Count off

Of course, you can count off. But do it backward instead. To break into five groups, count off backward from five, “five, four, three, two, one, five.” Be sure to stay with the group. Adults can get really confused on this one! You may also teach participants to count to five in a foreign language — Spanish, German, French, Chinese — and ask them to count off in their new language. This adds a nice touch if the language is one of your participant’s first language. It also can spark interesting discussion in a diversity training session.

Go to your corners

Identify reasons for people to go to separate places. All of these work for a physical or virtual breakout classroom. For example, you could have them go to four corners depending on whether they are a first born, last born, middle, or only child in their family. They could go to the corner of the room that is closest to the direction they would head to go home (as the crow flies). They could go to the breakout room based on the first letter of their last name, e.g., A-F, G-M, N-S, and T-Z. You could connect the corners to content. For example, if you’re training a business-communication class, you could have them select the method of communication they prefer: email, face-to-face, telephone, or texting.

Personal data

Form small groups based on some tiny piece of data about them. You could use birthdays for four groups by using first, second, third, and fourth quarter of the year. You could try it by last digit in their telephone numbers, color of their shoes, favorite season, first letter of their middle name, or height. To use the last two in a physical classroom, have participants stand in order (alphabetically or by height) and then split at the quarter, or one-fifth point depending upon how many groups you desire. If you need two groups, form groups of those wearing glasses or not. In a virtual classroom assign each group to a breakout room.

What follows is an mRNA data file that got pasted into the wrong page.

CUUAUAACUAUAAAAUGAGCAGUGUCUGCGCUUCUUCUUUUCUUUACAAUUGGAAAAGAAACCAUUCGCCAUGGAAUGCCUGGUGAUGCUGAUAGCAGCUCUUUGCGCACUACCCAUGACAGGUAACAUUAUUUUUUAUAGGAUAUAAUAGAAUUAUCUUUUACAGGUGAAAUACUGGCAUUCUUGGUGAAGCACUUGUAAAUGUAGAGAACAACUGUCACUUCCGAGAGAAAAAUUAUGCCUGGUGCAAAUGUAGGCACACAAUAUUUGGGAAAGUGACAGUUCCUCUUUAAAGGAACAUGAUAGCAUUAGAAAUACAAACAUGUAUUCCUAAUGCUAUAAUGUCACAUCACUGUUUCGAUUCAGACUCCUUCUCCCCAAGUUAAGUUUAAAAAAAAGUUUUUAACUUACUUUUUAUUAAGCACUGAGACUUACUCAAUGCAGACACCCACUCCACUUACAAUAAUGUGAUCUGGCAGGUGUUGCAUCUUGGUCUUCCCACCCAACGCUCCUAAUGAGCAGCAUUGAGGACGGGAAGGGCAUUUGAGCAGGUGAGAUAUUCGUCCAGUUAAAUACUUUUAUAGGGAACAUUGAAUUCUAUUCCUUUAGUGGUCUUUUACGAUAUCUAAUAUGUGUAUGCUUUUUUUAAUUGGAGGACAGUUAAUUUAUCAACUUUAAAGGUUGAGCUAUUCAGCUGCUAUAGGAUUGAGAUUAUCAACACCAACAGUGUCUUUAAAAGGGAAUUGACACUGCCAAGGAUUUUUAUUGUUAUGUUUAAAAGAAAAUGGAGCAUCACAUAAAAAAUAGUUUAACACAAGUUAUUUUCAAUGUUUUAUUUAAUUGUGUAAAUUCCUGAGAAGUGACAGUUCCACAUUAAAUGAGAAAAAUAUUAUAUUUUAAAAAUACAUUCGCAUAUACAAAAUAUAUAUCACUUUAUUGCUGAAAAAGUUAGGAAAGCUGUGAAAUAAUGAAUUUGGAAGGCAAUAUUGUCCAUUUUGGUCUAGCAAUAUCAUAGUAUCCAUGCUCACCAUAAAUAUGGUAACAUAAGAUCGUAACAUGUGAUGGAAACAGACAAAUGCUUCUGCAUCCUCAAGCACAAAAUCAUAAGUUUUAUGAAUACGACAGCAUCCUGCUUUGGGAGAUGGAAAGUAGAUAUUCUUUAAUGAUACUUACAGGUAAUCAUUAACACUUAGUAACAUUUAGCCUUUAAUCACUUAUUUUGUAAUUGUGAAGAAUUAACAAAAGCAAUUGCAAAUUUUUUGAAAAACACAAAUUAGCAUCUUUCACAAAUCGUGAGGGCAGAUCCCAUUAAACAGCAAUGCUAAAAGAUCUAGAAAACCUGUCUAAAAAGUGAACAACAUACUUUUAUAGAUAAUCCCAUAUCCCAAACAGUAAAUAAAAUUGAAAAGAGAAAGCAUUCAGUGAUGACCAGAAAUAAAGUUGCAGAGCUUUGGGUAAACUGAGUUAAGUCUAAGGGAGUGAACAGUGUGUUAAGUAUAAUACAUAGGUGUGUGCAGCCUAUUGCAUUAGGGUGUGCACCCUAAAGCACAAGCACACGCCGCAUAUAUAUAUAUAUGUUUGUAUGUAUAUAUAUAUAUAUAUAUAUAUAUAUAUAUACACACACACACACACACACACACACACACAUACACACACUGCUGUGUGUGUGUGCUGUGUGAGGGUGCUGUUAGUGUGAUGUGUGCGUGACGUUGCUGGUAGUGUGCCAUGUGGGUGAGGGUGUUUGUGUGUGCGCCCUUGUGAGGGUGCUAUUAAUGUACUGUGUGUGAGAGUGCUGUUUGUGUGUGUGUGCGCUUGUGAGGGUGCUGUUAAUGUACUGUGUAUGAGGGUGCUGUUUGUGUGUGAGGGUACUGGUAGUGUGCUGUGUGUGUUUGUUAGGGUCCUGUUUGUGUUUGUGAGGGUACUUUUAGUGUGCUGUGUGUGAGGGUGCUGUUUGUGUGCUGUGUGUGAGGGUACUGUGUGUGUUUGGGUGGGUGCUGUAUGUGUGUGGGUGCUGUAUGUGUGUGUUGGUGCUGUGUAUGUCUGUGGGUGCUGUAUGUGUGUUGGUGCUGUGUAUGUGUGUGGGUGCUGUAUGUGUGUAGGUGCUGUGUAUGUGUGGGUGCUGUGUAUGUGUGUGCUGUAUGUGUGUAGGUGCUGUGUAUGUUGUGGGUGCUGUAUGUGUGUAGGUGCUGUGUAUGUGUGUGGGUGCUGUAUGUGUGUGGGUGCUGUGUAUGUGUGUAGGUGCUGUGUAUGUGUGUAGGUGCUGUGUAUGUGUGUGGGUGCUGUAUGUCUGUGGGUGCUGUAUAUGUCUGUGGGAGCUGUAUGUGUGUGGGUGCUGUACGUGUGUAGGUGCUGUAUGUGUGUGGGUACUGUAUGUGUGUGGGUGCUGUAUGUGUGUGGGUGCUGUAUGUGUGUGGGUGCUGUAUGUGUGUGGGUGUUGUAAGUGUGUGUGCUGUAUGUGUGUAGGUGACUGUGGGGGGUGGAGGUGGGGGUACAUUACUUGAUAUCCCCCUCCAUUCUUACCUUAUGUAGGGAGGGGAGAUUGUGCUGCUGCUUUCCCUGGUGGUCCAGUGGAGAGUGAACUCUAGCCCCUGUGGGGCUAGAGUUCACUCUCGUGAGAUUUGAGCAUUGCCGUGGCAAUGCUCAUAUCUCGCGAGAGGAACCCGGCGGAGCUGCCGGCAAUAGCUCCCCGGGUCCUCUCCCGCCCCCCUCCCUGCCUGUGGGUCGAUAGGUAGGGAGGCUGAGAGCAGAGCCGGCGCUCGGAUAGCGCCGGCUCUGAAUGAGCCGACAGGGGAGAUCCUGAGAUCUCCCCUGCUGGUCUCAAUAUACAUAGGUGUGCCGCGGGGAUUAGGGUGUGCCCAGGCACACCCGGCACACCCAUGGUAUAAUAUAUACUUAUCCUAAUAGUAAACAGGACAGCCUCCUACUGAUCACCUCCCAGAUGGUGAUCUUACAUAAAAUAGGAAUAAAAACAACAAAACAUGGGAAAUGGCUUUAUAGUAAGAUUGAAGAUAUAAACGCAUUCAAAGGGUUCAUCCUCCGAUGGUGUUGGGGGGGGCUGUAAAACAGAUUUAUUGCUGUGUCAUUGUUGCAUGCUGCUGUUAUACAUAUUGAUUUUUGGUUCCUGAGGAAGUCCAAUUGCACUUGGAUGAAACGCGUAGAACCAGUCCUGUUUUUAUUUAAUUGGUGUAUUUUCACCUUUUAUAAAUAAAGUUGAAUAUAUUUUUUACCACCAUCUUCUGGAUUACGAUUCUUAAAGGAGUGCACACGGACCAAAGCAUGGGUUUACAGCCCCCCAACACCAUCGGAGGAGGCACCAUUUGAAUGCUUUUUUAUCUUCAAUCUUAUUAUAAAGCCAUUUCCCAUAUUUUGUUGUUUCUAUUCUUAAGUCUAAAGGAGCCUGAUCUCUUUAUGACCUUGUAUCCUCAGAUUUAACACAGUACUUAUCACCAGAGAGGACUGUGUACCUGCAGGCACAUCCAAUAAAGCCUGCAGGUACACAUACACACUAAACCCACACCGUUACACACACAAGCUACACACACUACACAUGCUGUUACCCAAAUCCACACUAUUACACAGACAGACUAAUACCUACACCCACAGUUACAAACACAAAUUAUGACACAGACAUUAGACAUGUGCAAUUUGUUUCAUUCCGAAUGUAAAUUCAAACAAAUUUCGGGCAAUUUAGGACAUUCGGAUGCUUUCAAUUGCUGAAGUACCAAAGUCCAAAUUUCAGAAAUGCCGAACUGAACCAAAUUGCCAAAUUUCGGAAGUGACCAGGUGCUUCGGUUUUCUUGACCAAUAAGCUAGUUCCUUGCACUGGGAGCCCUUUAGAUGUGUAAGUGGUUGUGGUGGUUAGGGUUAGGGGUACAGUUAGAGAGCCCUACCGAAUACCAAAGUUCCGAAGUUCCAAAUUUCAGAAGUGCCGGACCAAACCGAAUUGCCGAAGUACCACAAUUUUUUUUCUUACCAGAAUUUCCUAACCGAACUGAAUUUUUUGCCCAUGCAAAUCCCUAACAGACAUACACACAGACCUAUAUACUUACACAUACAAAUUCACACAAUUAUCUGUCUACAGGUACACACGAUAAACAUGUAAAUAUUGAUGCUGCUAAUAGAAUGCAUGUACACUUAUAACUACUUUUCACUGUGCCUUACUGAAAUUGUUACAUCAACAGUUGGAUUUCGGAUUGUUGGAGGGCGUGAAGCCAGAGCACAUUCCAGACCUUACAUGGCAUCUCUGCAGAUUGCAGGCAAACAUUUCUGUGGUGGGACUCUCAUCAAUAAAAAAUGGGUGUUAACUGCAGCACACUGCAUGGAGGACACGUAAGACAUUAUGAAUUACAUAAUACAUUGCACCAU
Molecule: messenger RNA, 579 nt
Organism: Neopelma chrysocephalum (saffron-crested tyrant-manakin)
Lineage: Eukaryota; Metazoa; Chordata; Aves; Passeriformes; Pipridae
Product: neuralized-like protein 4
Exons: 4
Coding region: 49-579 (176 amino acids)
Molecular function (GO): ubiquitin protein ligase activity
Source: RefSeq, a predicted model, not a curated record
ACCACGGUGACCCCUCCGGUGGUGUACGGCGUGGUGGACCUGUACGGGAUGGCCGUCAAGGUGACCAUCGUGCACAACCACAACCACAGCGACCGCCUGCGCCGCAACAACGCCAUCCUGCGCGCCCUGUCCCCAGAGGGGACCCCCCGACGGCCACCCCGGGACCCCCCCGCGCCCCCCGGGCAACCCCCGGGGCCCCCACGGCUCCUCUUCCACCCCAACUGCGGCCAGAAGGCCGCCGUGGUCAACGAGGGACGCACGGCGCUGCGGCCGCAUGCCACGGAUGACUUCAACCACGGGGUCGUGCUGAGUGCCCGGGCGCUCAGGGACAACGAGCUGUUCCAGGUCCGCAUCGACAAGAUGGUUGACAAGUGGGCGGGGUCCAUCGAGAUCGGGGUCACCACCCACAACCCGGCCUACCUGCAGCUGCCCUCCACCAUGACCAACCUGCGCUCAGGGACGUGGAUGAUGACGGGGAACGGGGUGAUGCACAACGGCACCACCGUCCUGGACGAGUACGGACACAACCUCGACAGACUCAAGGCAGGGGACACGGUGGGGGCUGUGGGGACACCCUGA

Secret codes

Code the participants’ materials in various ways. Purchase stickers and place them on the training materials, under the participants’ chairs, on the outside or inside of the table tents, or on nametags. If you distribute a limited number of different-color markers participants use to write their names on their table tents, you can refer to the color marker they choose. Handouts for an activity can be copied on different colors of paper. Put participants into groups based on the color of paper they choose. You may also write numbers or letters on the back of participant notebooks. Yes, you can use this in a virtual setting. It’s easy if you are sending physical materials to them. But you can also code the materials differently before you email the master. This works especially well if you want to form two teams.